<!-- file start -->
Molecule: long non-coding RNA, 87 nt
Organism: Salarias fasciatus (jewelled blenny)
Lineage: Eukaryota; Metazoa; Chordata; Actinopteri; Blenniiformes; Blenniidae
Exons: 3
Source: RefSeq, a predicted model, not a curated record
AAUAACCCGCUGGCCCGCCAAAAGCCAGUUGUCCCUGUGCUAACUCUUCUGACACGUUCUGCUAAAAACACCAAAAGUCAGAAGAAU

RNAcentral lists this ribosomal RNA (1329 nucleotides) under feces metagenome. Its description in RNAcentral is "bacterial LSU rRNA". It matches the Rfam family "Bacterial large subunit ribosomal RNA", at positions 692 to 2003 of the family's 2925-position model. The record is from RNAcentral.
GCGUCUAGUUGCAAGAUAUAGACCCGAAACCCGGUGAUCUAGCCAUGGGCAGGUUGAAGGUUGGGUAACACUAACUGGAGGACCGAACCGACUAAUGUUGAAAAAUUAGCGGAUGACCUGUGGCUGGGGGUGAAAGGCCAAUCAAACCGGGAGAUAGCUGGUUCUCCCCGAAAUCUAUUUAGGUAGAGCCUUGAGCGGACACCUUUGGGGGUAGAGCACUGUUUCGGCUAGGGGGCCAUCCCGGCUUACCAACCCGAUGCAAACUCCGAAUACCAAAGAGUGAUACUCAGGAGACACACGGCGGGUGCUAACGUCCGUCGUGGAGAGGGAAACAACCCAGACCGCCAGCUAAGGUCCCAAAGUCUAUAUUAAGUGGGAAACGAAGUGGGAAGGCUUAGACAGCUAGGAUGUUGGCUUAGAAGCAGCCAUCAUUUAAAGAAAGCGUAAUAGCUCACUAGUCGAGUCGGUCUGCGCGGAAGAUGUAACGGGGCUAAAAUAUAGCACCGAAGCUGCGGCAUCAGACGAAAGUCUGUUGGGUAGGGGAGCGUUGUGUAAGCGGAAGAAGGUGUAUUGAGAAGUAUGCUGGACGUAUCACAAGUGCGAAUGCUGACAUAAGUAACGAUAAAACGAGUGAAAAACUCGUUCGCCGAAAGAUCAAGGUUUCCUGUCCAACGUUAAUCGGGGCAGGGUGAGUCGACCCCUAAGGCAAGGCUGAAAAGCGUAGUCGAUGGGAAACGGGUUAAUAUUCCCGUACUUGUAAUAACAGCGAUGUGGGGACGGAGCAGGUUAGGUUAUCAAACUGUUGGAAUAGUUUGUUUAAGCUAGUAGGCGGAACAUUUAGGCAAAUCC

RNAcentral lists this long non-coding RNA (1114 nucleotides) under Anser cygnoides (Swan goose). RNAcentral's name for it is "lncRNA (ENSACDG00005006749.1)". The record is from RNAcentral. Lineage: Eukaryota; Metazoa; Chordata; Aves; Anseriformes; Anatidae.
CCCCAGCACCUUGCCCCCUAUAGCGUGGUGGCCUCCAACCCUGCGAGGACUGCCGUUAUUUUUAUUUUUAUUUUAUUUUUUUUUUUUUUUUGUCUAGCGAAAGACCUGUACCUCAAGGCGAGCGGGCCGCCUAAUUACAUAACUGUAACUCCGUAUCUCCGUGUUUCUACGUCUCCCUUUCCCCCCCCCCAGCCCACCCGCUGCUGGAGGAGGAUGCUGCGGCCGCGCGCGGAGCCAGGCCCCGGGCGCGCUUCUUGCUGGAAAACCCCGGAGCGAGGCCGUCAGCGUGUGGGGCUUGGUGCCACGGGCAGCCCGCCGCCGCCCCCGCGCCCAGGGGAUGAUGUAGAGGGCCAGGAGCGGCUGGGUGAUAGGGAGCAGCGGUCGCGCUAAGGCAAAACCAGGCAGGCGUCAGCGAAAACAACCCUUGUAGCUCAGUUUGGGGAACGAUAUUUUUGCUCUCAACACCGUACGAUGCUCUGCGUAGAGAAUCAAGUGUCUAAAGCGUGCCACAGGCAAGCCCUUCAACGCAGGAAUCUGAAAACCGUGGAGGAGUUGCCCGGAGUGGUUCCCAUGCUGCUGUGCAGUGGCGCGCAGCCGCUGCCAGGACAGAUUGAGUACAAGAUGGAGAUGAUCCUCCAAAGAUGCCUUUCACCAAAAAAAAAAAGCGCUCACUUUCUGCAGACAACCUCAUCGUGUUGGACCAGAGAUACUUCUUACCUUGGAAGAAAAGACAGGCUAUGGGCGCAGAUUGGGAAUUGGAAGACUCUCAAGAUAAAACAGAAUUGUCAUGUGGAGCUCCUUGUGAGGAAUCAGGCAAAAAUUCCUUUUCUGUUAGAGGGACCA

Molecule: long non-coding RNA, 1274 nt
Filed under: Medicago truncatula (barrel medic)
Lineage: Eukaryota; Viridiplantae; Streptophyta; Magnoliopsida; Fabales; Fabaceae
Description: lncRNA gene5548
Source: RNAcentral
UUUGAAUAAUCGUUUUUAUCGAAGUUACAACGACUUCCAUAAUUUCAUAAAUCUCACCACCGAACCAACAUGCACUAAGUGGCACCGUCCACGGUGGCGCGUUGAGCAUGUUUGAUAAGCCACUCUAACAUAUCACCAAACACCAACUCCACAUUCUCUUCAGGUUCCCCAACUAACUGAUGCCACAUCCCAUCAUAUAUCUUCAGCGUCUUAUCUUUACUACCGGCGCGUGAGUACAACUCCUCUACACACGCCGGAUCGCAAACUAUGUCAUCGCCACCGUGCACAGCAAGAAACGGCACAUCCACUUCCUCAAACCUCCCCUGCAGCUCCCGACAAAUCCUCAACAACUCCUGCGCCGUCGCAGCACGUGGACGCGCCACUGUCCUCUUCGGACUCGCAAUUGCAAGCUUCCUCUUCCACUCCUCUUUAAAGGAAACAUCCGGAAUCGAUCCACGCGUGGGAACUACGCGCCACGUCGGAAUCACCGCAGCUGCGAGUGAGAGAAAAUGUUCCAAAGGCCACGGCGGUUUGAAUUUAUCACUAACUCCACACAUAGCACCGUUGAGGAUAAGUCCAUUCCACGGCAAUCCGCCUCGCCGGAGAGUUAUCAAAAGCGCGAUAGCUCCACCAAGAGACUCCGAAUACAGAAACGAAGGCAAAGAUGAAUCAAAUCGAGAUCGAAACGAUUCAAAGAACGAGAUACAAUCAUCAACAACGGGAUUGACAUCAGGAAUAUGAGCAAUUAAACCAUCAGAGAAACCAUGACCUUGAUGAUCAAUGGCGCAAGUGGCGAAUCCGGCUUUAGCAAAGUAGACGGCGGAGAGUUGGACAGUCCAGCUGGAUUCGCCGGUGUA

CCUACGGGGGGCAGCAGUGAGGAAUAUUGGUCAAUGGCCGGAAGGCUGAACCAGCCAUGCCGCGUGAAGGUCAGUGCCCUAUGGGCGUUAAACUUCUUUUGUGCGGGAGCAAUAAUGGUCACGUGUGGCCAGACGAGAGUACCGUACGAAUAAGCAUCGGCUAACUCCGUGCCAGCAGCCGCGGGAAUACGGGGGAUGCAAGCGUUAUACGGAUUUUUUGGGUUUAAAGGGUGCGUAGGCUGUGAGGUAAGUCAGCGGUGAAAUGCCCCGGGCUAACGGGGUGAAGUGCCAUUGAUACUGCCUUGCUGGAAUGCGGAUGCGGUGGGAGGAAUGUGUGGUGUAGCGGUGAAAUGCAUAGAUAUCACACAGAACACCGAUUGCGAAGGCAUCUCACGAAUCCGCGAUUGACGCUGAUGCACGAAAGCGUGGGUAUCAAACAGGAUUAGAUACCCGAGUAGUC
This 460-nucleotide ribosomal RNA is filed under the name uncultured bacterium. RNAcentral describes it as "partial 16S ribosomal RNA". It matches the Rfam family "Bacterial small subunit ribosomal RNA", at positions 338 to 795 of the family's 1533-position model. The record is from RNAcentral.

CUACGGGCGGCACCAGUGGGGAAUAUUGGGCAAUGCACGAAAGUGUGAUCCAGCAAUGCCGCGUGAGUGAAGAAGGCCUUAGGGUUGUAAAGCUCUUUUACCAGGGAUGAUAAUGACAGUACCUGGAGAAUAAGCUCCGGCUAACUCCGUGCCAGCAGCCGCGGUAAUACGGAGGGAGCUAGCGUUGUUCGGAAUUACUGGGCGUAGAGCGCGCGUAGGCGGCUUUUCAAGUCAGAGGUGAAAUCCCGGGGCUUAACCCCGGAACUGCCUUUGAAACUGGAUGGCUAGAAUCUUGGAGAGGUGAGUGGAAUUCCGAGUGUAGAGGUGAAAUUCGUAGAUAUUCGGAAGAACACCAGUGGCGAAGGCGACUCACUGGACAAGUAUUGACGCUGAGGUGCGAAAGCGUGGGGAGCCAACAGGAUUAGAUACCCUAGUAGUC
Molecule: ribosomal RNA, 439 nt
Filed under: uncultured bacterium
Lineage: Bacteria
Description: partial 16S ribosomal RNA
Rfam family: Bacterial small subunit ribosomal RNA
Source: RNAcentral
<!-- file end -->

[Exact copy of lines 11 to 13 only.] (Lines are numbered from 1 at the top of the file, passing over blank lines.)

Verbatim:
Molecule: long non-coding RNA, 1274 nt
Filed under: Medicago truncatula (barrel medic)
Lineage: Eukaryota; Viridiplantae; Streptophyta; Magnoliopsida; Fabales; Fabaceae